Checking on the Air Inside
Everyone wants to breathe easily, especially at home. There are a variety of contaminants that can decrease air quality, many of which can be reduced by eliminating the source. From smoking to buying new furniture, contaminants find their way into your airspace.
The following common types of indoor air pollution can be found in most homes:
Asbestos is made up of small carcinogenic particles that can lodge in the lungs. The particles enter the air through deteriorating ceiling and floor tiles, or acoustic materials and fire proofing.
Biological pollutants include mold, mildew, and pet dander. They can cause allergic reactions and asthma.
Carbon monoxide is an odorless gas that is produced during incomplete combustion of carbon and can be lethal. Sources include car emissions, fireplaces, and gas stoves.
Pressed-wood products can emit formaldehyde that can cause headaches and even asthma.
Cleaning, maintenance, and hobby products can contain volatile organic compounds that can cause headaches and also pose a long-term cancer risk.
Lead exposure is generally caused by lead-based paint or contaminated soil. If you are involved in an activity that produces lead dust, be sure to keep children out of the area.
Nitrogen dioxide is produced by unvented kerosene heaters and tobacco smoke.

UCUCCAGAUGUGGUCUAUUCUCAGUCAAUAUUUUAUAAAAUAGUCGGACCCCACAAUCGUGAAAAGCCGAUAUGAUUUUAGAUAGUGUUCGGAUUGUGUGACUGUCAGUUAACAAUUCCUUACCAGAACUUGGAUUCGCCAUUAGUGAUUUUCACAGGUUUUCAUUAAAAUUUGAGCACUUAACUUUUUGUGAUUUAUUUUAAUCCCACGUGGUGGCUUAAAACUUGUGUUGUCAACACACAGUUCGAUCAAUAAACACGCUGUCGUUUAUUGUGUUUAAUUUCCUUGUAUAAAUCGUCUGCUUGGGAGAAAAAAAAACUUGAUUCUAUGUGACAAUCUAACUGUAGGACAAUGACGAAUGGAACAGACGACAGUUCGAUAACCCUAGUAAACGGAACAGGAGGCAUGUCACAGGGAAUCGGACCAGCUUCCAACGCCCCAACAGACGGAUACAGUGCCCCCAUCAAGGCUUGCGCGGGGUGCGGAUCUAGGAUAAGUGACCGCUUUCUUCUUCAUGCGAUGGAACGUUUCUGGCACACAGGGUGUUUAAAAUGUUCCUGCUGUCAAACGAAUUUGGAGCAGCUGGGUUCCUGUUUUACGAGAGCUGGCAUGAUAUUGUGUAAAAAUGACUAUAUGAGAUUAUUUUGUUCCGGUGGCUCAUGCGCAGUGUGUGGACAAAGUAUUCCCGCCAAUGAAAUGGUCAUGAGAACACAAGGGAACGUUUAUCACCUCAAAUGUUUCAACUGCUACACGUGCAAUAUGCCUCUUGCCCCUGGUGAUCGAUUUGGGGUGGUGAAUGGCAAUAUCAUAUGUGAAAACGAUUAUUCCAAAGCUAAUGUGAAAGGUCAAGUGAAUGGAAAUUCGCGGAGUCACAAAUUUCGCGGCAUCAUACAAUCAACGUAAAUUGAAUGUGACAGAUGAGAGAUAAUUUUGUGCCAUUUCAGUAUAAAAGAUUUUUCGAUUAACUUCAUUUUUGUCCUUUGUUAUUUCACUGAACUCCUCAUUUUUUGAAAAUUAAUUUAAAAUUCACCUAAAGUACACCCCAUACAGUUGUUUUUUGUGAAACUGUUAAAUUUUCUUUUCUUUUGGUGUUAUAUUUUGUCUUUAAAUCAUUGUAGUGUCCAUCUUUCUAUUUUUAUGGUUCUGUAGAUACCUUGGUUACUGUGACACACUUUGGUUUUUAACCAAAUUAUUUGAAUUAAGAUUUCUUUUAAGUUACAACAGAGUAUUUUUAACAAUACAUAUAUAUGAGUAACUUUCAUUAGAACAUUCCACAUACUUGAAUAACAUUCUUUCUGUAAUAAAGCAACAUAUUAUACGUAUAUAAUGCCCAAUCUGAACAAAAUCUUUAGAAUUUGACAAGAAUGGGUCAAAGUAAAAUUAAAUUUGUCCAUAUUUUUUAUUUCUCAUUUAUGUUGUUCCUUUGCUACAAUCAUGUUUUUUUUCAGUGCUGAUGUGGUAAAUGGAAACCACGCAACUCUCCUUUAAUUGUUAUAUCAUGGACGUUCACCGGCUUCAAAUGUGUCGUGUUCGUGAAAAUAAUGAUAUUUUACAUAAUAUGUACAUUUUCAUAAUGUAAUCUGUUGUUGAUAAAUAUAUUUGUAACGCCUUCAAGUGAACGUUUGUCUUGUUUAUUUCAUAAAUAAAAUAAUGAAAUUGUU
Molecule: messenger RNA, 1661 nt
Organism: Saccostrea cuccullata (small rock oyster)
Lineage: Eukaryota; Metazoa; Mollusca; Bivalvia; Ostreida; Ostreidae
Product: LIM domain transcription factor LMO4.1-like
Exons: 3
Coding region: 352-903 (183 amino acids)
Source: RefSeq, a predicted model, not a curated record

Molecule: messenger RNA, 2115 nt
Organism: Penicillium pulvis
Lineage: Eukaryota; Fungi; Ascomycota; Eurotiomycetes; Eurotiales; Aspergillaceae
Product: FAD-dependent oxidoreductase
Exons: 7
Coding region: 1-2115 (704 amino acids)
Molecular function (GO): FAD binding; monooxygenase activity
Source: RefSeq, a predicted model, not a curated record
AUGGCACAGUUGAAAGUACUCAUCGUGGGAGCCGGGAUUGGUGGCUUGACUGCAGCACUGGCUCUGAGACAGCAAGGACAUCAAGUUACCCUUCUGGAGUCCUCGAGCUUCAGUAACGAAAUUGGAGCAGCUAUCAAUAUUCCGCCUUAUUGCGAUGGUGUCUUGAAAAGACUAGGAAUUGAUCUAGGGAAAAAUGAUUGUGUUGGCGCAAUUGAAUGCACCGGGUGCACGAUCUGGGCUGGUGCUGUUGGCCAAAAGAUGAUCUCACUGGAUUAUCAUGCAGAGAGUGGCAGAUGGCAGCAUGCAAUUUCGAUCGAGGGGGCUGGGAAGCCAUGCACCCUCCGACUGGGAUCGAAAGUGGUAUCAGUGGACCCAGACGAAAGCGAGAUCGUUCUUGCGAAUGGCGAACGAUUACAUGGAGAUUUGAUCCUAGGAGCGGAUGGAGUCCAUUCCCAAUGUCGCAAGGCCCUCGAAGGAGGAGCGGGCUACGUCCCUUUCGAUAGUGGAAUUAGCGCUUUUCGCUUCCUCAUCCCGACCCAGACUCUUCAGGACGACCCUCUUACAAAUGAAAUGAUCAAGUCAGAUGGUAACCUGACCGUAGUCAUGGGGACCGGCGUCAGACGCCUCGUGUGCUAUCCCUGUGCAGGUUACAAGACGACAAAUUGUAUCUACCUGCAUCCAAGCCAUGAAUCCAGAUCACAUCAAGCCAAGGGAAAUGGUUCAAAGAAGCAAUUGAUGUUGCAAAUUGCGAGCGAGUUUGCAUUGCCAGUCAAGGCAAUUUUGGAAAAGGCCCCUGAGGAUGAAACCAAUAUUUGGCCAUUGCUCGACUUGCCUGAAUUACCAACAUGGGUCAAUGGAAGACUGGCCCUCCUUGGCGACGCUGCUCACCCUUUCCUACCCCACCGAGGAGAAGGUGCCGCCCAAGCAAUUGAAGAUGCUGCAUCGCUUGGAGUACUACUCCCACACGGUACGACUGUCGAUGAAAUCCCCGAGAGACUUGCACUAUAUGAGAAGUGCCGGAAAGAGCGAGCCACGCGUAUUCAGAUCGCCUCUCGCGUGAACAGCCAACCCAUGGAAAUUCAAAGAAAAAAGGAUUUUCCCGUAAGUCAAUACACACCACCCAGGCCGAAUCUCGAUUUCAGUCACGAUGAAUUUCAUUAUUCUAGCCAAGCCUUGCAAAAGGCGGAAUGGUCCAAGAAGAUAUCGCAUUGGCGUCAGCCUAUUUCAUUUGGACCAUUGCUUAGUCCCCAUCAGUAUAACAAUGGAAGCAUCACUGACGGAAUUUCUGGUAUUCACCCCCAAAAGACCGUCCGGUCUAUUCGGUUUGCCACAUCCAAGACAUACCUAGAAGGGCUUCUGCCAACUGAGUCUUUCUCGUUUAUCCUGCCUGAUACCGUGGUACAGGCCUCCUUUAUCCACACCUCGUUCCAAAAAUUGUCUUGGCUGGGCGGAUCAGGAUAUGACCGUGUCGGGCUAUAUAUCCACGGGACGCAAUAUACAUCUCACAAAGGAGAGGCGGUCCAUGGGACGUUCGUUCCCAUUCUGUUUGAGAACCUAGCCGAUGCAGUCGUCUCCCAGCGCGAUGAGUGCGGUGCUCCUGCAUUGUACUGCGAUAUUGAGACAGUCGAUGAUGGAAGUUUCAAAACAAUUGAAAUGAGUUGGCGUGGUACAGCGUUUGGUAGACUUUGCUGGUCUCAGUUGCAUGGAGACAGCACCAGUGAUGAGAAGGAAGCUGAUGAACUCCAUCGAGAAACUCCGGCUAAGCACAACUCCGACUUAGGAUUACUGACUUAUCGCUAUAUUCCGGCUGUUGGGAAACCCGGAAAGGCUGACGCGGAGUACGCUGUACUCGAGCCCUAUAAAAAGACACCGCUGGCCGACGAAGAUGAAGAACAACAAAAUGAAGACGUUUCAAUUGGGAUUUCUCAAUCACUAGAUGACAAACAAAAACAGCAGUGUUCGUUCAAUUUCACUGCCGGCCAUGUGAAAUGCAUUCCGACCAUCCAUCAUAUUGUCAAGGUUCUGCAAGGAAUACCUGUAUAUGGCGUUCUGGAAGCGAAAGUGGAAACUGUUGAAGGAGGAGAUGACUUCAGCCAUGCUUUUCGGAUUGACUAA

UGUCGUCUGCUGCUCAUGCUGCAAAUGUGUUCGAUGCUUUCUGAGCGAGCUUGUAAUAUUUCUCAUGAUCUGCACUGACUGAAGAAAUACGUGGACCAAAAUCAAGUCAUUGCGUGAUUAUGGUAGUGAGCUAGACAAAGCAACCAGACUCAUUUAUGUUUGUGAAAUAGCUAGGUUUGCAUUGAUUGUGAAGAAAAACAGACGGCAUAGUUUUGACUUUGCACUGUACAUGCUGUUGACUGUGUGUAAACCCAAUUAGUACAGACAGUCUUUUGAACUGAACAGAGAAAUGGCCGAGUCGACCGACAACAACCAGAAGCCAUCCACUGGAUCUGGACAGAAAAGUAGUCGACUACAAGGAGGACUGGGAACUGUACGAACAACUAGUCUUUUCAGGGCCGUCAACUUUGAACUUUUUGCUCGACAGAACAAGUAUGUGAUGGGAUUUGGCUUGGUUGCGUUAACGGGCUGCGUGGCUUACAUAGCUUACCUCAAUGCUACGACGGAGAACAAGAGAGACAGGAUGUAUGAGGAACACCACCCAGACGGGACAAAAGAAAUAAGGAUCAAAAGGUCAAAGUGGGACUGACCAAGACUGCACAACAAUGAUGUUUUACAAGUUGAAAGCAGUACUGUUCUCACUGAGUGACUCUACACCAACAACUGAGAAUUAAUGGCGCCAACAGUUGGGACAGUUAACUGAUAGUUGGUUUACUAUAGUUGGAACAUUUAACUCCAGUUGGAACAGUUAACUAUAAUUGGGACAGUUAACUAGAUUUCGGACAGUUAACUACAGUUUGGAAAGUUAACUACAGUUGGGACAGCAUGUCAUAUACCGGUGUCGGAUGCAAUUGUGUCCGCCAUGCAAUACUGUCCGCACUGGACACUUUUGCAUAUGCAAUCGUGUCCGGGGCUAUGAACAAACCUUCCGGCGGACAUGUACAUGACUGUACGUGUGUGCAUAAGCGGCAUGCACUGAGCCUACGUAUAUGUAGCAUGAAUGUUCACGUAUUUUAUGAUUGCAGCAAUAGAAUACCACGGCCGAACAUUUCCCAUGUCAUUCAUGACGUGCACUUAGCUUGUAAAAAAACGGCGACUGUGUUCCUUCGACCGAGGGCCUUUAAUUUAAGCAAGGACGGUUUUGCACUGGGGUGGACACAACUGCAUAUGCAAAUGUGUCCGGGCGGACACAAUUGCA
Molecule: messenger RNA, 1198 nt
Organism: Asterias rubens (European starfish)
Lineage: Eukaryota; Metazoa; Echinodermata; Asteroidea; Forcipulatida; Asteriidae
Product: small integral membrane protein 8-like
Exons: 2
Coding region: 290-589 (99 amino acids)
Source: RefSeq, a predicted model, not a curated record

Pesticides generally include semivolatile organic compounds. Being around pesticides for a long time can irritate the respiratory system and cause damage to the liver and central nervous system.
Radon comes from naturally decaying uranium in soil and water and is the second-leading cause of lung cancer. The U.S. surgeon general has encouraged everyone to have their homes tested for radon.
Fireplaces and wood-burning stoves can produce particles. When burning, try to ventilate the area to avoid irritation to eyes and respiratory systems.
If the sources of indoor air pollution can't be removed, ventilating the area may help decrease the concentrations. Bathroom and kitchen fans can be used to exhaust air directly to the outside and improve the ventilation rate. However, if left open, ventilation fans exchange a considerable amount of air, which requires extra heating or cooling.
If you're getting rid of household products that are labeled poison, danger, warning, or caution, don't throw them in the trash or pour them out. Find out about your local household hazardous waste collection center or pickup service.
A variety of cleaning systems are available to improve the quality of air in homes or workplaces. They vary in size from tabletop models that work in limited areas to models that treat the entire house. Make sure the air purifier you're considering treats the specific contaminant that needs to be eliminated.
Air purifiers cannot be used to remove radon from your house; homes have to be mitigated in this instance. Ozone generators are often recommended, but in actuality ozone is not healthy to breathe. Plants have also been found to clean indoor air, so keep your plants healthy and they'll do the same for you.